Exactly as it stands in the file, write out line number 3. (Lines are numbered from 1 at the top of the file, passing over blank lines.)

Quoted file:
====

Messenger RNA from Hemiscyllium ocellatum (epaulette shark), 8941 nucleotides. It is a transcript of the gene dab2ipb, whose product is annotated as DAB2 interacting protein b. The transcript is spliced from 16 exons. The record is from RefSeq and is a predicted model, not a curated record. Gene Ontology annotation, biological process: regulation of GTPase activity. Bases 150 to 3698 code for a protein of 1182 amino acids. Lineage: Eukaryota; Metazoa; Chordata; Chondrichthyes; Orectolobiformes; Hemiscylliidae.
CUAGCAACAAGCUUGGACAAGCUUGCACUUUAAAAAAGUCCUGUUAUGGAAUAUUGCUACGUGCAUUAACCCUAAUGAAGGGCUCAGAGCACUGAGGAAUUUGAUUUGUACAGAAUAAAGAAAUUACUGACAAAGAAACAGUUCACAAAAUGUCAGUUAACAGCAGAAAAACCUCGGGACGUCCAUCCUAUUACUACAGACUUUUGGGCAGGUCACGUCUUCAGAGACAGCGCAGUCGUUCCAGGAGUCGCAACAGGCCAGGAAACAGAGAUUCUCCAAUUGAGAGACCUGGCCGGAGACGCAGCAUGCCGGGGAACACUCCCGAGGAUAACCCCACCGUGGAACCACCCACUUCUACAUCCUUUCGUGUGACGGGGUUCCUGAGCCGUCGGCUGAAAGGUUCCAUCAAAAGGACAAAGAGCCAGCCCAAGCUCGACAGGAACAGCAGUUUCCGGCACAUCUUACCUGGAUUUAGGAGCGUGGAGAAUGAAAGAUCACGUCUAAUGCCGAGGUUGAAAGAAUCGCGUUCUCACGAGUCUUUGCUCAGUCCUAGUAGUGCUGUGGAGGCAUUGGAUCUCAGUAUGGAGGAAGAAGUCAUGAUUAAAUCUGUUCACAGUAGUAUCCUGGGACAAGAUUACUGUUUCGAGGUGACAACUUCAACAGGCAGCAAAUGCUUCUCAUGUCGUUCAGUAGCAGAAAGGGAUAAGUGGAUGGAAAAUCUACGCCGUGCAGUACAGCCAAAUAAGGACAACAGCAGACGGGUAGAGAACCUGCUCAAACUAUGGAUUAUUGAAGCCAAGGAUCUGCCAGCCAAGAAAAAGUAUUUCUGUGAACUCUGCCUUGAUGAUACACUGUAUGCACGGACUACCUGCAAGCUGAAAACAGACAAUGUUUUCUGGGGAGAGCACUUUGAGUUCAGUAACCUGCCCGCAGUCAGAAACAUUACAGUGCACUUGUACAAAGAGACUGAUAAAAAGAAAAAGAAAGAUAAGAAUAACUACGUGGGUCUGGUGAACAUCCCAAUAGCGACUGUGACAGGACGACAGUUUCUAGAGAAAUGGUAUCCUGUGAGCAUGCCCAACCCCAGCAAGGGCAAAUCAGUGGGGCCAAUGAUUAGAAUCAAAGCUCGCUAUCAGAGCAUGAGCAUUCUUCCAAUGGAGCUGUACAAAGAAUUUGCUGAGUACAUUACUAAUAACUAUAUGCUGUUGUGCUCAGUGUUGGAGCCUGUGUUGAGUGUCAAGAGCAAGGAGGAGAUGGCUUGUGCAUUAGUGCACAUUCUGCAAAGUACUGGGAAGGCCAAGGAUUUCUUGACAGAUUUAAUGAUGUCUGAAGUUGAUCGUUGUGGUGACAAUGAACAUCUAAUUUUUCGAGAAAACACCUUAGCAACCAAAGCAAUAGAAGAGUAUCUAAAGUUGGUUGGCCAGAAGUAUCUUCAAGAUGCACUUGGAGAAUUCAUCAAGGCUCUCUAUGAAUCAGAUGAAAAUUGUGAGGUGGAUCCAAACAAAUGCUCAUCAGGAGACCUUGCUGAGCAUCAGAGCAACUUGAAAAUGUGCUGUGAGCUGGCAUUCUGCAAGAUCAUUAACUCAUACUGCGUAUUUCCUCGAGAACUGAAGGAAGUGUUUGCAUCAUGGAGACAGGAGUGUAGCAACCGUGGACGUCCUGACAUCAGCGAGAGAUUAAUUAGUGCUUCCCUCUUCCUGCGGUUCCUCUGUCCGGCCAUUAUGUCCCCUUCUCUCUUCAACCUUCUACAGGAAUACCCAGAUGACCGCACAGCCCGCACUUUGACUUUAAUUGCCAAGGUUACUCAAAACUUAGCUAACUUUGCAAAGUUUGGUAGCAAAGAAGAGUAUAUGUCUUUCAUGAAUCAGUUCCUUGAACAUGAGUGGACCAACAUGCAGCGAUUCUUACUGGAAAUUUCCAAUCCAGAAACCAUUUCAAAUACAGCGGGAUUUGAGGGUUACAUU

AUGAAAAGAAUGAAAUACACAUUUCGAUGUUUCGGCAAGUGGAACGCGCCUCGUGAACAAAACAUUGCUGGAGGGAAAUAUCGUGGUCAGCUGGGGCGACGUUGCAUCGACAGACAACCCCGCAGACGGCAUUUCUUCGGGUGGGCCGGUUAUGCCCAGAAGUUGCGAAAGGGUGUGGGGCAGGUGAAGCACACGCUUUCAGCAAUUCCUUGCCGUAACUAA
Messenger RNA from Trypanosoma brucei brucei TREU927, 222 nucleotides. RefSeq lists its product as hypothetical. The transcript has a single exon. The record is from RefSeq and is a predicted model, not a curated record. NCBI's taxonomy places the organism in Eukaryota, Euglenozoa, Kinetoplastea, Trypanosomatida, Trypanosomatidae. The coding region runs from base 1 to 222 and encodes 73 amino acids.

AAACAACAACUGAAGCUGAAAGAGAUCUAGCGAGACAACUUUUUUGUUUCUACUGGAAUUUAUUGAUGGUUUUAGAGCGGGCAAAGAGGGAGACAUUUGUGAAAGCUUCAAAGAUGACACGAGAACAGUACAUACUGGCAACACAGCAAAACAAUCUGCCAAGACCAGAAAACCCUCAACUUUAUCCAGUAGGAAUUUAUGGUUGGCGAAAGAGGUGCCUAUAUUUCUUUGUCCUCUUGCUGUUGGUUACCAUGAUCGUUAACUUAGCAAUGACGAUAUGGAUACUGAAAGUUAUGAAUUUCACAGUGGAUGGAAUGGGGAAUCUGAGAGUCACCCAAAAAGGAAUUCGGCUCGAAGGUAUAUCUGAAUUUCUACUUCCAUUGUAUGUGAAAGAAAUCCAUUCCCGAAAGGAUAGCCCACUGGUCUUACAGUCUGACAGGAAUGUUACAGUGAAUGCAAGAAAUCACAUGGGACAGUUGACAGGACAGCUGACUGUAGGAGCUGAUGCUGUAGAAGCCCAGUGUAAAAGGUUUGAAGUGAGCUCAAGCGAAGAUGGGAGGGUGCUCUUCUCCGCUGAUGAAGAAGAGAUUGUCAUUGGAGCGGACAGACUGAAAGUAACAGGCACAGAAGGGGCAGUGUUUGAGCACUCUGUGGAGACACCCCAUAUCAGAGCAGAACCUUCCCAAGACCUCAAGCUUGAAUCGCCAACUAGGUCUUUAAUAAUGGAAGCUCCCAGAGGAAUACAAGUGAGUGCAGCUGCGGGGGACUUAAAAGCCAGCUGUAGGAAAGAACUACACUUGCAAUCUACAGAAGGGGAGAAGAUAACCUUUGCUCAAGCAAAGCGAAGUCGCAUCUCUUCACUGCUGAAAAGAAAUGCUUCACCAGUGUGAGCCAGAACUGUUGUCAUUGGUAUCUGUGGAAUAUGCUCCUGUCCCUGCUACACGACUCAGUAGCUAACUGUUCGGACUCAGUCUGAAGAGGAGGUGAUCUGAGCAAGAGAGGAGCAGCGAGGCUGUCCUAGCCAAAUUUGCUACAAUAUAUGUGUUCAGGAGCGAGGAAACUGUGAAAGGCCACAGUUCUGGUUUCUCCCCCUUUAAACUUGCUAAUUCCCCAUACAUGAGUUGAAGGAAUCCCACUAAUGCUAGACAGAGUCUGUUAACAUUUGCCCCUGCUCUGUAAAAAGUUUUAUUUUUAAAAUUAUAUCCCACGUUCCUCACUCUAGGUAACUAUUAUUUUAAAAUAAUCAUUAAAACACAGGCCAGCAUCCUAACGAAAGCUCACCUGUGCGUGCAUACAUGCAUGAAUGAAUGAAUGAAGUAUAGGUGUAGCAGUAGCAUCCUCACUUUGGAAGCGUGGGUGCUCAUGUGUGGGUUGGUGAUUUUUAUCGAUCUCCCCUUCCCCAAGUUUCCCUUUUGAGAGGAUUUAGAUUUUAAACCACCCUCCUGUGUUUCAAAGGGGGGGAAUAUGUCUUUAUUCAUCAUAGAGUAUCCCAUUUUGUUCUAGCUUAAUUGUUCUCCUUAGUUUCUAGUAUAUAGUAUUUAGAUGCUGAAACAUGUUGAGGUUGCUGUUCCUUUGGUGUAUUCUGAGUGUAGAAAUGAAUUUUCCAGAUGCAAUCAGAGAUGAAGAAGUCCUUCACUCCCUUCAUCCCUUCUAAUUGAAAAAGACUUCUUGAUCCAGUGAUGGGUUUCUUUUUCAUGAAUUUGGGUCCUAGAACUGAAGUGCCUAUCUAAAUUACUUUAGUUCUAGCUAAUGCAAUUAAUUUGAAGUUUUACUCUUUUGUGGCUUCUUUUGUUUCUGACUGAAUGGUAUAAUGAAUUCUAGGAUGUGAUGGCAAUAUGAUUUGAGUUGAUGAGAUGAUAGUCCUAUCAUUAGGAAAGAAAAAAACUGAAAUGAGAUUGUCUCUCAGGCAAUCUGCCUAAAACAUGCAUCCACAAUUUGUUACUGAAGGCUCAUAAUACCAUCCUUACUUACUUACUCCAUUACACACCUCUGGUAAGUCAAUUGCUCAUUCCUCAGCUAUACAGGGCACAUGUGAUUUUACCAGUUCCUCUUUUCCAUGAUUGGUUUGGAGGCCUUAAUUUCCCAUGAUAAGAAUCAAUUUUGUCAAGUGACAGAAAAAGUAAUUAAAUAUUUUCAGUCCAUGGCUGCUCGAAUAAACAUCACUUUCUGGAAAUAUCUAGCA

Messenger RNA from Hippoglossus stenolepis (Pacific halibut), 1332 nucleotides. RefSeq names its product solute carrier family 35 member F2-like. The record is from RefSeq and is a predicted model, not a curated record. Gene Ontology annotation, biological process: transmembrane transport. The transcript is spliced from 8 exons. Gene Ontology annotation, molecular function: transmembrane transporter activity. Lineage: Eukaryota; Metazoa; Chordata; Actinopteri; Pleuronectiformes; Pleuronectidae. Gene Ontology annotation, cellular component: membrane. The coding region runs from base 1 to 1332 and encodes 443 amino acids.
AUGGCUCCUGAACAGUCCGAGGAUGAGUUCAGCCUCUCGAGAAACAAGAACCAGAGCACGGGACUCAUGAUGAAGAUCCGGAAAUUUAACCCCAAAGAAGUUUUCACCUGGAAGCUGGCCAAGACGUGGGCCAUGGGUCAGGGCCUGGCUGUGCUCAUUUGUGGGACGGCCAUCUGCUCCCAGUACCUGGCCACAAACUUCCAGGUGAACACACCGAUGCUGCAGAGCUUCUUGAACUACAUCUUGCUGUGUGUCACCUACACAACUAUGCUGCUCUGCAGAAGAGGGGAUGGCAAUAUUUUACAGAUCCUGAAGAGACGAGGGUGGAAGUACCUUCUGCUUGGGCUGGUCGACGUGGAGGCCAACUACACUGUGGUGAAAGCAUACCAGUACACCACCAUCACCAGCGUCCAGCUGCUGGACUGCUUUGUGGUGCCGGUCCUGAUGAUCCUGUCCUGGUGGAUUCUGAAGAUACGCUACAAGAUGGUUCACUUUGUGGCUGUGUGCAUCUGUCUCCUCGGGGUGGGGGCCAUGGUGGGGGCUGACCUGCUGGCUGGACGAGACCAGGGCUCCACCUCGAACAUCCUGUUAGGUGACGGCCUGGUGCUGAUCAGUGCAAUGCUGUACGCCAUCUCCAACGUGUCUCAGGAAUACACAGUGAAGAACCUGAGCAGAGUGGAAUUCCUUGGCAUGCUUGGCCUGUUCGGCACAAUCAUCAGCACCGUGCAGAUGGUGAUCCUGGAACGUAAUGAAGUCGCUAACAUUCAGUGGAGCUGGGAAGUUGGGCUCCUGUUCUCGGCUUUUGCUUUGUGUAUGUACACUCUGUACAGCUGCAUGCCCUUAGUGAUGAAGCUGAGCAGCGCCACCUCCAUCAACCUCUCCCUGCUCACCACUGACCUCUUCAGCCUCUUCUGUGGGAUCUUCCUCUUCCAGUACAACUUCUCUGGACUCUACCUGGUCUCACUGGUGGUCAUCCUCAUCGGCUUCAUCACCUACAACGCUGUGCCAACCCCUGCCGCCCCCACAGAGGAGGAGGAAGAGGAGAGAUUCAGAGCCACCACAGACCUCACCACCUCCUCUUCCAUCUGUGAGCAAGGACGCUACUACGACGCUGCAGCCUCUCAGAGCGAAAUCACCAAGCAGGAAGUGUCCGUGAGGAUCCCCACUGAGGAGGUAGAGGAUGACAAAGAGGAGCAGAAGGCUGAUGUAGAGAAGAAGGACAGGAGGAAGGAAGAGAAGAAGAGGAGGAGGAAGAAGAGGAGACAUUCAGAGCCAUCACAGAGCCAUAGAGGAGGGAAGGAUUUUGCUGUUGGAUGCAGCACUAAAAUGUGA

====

AUGAAAAGAAUGAAAUACACAUUUCGAUGUUUCGGCAAGUGGAACGCGCCUCGUGAACAAAACAUUGCUGGAGGGAAAUAUCGUGGUCAGCUGGGGCGACGUUGCAUCGACAGACAACCCCGCAGACGGCAUUUCUUCGGGUGGGCCGGUUAUGCCCAGAAGUUGCGAAAGGGUGUGGGGCAGGUGAAGCACACGCUUUCAGCAAUUCCUUGCCGUAACUAA